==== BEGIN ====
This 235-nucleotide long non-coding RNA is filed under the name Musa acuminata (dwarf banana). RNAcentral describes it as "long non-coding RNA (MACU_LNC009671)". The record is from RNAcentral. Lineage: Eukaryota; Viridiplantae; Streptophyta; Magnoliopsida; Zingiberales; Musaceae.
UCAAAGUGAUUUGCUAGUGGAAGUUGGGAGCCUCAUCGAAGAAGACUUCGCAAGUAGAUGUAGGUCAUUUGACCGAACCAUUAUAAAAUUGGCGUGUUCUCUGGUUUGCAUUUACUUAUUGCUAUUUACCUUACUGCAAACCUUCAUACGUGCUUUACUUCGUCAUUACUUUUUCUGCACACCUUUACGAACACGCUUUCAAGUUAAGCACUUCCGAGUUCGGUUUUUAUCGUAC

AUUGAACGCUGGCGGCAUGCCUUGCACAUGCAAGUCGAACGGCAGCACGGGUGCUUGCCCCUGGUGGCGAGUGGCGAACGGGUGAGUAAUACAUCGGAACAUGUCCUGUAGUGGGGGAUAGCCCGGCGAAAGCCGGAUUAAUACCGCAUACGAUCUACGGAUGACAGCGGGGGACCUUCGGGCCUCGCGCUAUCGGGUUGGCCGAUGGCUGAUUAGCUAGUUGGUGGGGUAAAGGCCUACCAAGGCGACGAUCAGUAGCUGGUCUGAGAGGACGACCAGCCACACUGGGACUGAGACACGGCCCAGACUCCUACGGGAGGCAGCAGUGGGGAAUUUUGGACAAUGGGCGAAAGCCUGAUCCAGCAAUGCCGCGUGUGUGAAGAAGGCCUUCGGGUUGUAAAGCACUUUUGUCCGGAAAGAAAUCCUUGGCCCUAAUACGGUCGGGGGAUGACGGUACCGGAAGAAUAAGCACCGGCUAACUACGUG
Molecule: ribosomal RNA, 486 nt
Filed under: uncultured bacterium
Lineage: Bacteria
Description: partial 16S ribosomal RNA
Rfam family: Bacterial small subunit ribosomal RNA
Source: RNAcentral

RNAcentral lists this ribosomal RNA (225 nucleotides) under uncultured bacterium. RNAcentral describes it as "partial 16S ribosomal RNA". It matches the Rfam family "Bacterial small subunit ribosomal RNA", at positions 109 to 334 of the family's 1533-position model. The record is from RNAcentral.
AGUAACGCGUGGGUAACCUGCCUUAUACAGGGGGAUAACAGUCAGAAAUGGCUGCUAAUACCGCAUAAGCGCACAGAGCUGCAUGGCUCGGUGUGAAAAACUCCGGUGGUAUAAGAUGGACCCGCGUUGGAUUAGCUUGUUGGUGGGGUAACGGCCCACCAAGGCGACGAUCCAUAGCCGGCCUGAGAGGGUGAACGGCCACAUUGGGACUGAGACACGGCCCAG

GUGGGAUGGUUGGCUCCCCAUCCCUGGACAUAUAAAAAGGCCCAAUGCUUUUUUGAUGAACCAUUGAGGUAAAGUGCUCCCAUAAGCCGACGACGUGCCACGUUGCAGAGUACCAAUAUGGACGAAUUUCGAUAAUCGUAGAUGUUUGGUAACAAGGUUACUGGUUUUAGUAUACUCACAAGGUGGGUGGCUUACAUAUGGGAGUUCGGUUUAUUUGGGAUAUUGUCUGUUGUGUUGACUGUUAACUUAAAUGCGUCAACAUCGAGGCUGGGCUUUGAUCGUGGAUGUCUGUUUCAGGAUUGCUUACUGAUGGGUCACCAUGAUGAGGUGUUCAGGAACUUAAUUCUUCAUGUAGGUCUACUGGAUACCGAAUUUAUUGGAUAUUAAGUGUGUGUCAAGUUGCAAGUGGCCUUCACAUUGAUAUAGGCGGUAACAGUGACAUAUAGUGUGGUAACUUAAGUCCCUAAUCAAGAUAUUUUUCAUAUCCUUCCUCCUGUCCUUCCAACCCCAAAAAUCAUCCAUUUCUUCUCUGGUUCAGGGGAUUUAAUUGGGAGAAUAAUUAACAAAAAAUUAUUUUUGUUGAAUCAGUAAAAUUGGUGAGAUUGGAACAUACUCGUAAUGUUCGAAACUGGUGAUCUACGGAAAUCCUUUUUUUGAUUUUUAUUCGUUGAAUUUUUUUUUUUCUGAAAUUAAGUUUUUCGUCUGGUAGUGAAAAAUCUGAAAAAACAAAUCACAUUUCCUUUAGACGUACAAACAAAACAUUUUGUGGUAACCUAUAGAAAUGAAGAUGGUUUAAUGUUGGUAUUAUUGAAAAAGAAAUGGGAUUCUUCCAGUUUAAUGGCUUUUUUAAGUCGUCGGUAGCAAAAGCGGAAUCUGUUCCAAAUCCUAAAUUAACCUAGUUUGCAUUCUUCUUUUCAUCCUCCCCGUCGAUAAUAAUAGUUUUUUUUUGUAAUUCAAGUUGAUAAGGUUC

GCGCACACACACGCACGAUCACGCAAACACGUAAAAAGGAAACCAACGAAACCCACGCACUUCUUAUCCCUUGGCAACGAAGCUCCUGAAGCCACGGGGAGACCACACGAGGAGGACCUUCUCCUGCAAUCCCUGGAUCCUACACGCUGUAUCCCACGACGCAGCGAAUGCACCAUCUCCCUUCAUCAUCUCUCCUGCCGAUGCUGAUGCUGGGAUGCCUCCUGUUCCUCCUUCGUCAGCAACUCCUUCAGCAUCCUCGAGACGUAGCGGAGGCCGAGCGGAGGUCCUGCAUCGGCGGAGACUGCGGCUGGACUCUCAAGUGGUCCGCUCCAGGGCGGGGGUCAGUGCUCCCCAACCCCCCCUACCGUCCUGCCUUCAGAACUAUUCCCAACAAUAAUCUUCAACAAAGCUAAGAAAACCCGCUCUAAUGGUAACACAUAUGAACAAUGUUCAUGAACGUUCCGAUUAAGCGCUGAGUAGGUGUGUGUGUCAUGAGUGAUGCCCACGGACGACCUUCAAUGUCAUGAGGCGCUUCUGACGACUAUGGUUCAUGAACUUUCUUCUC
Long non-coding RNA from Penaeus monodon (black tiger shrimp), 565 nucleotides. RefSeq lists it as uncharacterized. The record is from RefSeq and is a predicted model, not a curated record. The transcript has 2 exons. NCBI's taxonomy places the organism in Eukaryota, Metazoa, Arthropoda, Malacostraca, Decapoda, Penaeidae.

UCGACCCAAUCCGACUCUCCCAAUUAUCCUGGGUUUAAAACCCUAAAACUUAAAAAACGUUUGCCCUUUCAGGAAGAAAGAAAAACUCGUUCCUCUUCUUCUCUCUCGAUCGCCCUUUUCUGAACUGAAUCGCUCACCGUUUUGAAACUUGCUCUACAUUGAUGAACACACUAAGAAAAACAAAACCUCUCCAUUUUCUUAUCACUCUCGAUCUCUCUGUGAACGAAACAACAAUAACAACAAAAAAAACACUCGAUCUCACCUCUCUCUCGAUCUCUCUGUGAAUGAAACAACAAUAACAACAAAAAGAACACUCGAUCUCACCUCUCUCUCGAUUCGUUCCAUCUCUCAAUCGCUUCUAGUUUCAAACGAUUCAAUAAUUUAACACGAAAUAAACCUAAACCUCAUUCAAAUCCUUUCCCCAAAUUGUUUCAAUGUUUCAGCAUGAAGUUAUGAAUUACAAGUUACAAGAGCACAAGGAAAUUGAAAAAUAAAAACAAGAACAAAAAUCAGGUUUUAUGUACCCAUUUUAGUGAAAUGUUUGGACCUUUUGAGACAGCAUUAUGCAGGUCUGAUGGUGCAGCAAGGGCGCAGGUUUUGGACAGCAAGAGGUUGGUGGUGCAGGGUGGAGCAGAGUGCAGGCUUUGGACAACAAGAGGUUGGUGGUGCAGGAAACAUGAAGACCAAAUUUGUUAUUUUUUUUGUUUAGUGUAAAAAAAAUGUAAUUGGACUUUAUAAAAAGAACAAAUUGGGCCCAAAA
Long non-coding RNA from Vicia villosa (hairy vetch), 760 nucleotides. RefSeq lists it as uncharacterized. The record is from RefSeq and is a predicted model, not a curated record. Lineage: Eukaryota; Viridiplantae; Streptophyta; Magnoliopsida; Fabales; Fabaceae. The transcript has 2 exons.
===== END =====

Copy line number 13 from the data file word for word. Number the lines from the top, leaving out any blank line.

GCGCACACACACGCACGAUCACGCAAACACGUAAAAAGGAAACCAACGAAACCCACGCACUUCUUAUCCCUUGGCAACGAAGCUCCUGAAGCCACGGGGAGACCACACGAGGAGGACCUUCUCCUGCAAUCCCUGGAUCCUACACGCUGUAUCCCACGACGCAGCGAAUGCACCAUCUCCCUUCAUCAUCUCUCCUGCCGAUGCUGAUGCUGGGAUGCCUCCUGUUCCUCCUUCGUCAGCAACUCCUUCAGCAUCCUCGAGACGUAGCGGAGGCCGAGCGGAGGUCCUGCAUCGGCGGAGACUGCGGCUGGACUCUCAAGUGGUCCGCUCCAGGGCGGGGGUCAGUGCUCCCCAACCCCCCCUACCGUCCUGCCUUCAGAACUAUUCCCAACAAUAAUCUUCAACAAAGCUAAGAAAACCCGCUCUAAUGGUAACACAUAUGAACAAUGUUCAUGAACGUUCCGAUUAAGCGCUGAGUAGGUGUGUGUGUCAUGAGUGAUGCCCACGGACGACCUUCAAUGUCAUGAGGCGCUUCUGACGACUAUGGUUCAUGAACUUUCUUCUC